What is your favorite post-race treat?I LOVE sweets. Anything sweet! I cannot possibly chose a favorite, but after every race I will indulge in whatever dessert is calling my name….in addition to usually a burger or pancakes…depending on the time of day :)
|Breaking the tape at the 2015 Army Ten-Miler in 55:19|
Personal/Family Life Balance:
Are your family/friends interested in running as well?Somewhat. Most of my family and friends are not interested in it on its own, but they are interested in my running, if that makes sense? However, my parents love watching track, and get more excited than I do about the world championships!
How do you balance family/friend time, daily responsibilities and training?I am very passionate and committed to staying in touch with those I love and care about the most, and at the end of the day, they will come before anything, even my running. I love making people feel good about themselves and letting them know how much they contribute to this world. I love hearing their accomplishments, and seeing them do well in whatever they commit themselves to, that inspires me. As for balance, I definitely burn the candle at both ends sometimes, especially when I go home, but part of me thinks I am addicted to the thrill of being busy all the time, so I have no one to blame but myself. Steve is very good at keeping my feet on the ground and reminding me to relax, something I struggle with!
When do you fit running/training into your day?I get up at 5am to start working and eat breakfast, and then go for my run around 9am. I almost always do two sets of exercise, other than workout days, so after my run, I will come home, eat, and do work while I rest my body. I then go for my cross training bout later that day before dinner. If I have a strength training workout, that usually follows the run, but I make sure the rest of the day I am off my feet. On workout days, that takes 2-3 hours of the morning away, but then I know I have the rest of the day to work.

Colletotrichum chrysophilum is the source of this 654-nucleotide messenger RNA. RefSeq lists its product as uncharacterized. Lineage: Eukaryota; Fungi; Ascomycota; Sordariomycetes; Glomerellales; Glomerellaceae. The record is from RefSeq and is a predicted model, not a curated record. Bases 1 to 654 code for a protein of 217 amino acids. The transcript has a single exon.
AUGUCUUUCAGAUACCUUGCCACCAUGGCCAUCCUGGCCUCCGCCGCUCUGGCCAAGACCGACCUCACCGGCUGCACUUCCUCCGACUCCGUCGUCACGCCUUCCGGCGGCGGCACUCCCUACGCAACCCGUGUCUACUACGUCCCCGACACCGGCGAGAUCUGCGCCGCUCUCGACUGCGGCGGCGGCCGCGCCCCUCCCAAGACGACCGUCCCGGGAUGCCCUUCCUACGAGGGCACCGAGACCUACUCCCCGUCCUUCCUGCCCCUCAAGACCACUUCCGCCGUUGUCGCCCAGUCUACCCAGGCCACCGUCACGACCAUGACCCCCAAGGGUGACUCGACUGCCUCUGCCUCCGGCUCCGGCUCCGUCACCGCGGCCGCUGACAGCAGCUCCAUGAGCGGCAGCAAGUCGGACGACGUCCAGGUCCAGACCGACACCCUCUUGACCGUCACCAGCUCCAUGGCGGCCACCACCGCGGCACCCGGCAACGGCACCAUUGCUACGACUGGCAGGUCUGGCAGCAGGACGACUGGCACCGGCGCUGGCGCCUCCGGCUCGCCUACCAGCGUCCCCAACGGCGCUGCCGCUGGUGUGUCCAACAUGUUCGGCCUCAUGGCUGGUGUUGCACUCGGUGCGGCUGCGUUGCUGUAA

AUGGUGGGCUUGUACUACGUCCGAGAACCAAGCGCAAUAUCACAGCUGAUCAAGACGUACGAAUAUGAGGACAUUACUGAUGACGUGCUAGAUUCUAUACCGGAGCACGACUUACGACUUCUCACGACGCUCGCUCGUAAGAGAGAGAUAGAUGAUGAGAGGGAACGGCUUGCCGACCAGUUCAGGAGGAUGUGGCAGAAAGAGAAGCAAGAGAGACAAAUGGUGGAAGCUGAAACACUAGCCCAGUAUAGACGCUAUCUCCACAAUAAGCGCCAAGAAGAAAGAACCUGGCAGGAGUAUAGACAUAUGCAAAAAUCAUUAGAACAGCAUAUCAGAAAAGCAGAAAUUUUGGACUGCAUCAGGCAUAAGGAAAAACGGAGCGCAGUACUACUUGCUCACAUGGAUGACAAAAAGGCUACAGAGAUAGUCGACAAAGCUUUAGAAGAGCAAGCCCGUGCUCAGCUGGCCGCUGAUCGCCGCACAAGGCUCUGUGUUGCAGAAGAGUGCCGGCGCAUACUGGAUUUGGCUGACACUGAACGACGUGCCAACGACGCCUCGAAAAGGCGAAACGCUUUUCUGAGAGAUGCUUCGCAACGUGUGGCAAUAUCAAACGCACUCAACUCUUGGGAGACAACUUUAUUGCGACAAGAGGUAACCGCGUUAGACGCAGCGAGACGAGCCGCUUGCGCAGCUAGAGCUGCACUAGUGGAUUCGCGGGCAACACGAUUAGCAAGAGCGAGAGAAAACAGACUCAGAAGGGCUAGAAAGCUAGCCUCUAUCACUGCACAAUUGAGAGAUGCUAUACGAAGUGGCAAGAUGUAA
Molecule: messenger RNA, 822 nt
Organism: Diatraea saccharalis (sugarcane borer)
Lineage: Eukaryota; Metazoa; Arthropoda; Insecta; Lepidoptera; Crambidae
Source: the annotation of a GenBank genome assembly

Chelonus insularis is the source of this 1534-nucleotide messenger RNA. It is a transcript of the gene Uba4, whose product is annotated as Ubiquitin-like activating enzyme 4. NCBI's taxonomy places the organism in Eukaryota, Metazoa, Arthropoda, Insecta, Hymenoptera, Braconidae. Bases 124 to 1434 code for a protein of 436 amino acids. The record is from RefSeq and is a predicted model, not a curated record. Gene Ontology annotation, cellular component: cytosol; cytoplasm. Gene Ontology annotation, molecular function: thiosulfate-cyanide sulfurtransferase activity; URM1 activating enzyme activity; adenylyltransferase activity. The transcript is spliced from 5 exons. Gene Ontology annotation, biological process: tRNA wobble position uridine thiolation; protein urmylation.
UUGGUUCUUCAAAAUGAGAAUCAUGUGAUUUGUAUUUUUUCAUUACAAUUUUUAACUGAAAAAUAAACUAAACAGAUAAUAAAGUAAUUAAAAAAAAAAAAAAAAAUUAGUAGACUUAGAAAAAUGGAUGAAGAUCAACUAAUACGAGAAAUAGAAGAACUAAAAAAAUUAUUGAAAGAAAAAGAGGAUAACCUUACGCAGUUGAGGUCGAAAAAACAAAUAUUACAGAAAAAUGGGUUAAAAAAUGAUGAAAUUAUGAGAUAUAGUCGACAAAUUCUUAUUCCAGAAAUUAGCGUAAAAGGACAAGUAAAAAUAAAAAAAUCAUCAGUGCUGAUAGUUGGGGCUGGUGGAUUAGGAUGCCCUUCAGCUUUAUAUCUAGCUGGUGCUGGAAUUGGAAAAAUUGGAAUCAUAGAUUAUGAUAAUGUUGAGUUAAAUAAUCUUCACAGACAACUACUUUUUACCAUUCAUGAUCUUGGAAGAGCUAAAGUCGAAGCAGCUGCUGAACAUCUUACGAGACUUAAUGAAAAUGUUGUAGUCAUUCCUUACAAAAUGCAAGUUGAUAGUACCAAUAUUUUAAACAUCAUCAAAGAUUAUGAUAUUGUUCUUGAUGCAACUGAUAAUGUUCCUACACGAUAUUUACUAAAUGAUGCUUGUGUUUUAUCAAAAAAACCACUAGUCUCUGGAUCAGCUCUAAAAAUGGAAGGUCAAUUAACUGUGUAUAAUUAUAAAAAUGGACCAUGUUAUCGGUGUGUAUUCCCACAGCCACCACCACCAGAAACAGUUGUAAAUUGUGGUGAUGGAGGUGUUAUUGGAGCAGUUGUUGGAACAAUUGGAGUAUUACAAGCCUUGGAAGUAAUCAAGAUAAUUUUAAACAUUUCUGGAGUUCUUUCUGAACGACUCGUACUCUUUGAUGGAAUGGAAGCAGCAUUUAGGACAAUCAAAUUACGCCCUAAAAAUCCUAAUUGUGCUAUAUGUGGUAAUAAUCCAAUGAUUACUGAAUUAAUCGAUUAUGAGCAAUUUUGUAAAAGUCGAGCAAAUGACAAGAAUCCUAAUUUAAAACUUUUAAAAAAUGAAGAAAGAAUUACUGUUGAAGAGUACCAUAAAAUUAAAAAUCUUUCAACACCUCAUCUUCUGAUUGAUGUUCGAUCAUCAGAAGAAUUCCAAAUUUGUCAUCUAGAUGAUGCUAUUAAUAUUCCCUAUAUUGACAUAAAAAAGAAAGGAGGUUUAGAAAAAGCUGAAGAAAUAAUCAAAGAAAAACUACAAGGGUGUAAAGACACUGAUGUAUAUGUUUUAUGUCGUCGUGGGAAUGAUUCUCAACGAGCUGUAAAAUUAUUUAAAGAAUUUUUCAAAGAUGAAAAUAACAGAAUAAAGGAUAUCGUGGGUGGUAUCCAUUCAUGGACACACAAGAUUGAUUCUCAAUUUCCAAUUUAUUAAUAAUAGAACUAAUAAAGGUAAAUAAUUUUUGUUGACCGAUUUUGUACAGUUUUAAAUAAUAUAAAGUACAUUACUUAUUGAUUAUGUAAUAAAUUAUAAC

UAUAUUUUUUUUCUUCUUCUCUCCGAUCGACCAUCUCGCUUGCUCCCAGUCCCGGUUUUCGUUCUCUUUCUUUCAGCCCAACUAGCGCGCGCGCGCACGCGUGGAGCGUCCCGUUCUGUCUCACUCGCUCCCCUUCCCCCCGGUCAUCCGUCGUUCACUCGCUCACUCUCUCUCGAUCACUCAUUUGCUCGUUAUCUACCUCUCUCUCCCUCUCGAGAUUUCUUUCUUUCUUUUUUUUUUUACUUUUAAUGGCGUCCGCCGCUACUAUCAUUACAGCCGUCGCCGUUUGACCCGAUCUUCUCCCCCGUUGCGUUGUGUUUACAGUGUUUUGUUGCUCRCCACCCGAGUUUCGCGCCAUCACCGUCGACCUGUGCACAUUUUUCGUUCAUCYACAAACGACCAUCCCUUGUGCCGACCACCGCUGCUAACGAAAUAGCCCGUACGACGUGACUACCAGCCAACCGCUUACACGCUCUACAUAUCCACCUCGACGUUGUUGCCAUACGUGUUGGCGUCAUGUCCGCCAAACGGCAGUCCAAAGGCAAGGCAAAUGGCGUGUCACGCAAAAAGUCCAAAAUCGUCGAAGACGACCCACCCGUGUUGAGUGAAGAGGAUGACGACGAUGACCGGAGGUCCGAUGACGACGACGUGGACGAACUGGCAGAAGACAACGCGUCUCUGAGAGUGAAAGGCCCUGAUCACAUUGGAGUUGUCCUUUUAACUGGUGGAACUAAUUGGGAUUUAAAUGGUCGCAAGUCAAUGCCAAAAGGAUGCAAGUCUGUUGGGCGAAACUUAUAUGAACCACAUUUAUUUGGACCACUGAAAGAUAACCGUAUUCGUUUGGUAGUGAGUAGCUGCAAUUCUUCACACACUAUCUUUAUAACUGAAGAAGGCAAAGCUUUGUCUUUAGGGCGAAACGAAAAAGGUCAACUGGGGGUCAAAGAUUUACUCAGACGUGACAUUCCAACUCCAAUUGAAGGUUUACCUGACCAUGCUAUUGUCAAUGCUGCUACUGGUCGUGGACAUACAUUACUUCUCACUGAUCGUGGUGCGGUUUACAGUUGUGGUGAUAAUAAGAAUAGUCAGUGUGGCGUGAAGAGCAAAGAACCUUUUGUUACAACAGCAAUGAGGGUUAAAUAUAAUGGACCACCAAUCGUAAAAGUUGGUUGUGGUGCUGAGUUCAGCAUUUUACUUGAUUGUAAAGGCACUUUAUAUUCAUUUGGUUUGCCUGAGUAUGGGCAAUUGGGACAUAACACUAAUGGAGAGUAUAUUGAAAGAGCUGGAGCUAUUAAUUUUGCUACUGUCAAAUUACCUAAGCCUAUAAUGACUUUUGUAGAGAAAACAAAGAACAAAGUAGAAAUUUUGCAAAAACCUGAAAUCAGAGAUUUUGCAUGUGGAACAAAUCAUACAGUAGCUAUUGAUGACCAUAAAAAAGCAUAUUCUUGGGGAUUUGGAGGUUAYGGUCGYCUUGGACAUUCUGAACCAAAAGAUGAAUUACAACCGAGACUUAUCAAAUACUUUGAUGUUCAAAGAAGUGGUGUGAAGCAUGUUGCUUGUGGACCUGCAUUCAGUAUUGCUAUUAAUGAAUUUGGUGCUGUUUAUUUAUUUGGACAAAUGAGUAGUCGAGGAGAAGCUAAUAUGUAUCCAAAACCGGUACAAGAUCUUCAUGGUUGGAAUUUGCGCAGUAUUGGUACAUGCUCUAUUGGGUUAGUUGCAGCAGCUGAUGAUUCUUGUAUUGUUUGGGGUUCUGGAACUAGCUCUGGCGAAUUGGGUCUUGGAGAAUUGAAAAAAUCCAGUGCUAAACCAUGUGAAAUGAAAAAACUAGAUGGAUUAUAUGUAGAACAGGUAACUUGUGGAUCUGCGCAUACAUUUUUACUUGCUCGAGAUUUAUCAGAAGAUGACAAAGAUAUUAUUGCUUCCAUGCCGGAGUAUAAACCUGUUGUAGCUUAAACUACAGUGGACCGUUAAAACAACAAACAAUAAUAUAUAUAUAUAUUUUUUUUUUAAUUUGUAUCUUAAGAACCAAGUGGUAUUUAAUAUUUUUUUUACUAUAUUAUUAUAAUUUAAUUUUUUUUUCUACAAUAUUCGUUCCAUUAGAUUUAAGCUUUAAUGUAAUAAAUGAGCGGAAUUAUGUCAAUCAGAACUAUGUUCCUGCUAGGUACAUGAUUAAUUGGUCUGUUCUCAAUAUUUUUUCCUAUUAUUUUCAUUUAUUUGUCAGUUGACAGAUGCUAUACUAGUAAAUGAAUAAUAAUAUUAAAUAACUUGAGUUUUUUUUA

What advice would you give to new runners?Firstly, you ARE a runner if you are out there doing it. You do not have to look a certain way, or run a certain speed. At the end of the day, we are all out there facing those same demons together, but you have to believe in who YOU are, your own strengths, and learn to love running for your own reasons.
Secondly, I would say that rest and recovery is the most important part of running, make sure you take some days to run so slowly you feel like you are barely moving, those are the days your body needs to recover from those tougher days.
Finally I would say there are going to be ups and downs, but trust that the more struggles you overcome, the better it is going to feel if you persevere. It is ALWAYS worth it :)
Thank you, Tina, for taking the time to talk! Congratulations on your Army Ten-Miler win and best of luck in your future races!
Check out Fuel Your Future with Tina Muir for more insight into Tina's life as an elite runner!